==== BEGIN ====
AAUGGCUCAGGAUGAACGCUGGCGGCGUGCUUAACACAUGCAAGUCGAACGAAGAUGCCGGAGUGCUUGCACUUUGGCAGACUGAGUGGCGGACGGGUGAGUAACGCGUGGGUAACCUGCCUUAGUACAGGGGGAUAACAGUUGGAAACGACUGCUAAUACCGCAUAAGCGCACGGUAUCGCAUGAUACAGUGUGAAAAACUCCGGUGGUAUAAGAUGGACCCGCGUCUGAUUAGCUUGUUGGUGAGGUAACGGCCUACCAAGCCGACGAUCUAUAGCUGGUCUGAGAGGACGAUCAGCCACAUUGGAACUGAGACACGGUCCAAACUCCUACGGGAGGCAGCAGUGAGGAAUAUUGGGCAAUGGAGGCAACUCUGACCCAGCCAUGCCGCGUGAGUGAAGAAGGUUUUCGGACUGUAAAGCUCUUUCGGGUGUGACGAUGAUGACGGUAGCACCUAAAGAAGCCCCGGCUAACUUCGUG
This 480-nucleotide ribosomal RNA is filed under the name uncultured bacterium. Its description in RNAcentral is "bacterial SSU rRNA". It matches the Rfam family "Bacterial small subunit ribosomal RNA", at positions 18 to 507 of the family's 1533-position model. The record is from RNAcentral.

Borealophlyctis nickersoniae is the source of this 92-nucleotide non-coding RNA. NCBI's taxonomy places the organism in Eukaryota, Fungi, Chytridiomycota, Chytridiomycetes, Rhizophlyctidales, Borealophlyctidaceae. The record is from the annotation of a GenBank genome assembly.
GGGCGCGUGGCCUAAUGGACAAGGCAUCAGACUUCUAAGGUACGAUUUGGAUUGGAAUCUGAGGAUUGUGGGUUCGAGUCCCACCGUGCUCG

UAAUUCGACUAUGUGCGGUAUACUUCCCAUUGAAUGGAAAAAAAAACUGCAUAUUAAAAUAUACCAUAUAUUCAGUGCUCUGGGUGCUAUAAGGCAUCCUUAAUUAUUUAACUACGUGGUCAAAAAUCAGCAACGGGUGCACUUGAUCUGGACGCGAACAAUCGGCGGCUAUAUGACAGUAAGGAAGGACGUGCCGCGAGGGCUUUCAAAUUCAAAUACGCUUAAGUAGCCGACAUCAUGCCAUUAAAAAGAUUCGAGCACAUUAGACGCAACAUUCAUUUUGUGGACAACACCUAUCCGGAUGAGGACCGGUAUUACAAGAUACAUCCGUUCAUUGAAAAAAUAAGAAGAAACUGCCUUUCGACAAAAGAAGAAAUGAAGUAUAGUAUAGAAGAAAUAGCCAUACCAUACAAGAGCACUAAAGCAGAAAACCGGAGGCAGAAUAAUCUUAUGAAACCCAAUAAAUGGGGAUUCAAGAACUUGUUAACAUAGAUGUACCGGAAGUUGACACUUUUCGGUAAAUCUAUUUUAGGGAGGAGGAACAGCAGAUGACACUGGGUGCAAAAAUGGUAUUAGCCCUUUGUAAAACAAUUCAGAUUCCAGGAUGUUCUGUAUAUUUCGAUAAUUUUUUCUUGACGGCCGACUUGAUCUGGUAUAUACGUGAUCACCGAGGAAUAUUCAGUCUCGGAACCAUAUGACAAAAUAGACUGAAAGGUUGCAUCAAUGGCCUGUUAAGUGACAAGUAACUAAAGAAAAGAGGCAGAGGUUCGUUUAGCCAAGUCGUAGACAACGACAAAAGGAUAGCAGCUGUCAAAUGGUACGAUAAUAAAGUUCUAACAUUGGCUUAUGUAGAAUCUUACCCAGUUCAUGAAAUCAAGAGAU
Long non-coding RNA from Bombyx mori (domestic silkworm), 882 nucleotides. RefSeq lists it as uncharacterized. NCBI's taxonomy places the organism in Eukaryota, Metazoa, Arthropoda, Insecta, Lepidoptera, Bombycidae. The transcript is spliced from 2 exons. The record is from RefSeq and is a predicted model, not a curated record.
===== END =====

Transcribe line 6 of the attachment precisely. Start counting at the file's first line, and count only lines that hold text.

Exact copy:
Long non-coding RNA from Bombyx mori (domestic silkworm), 882 nucleotides. RefSeq lists it as uncharacterized. NCBI's taxonomy places the organism in Eukaryota, Metazoa, Arthropoda, Insecta, Lepidoptera, Bombycidae. The transcript is spliced from 2 exons. The record is from RefSeq and is a predicted model, not a curated record.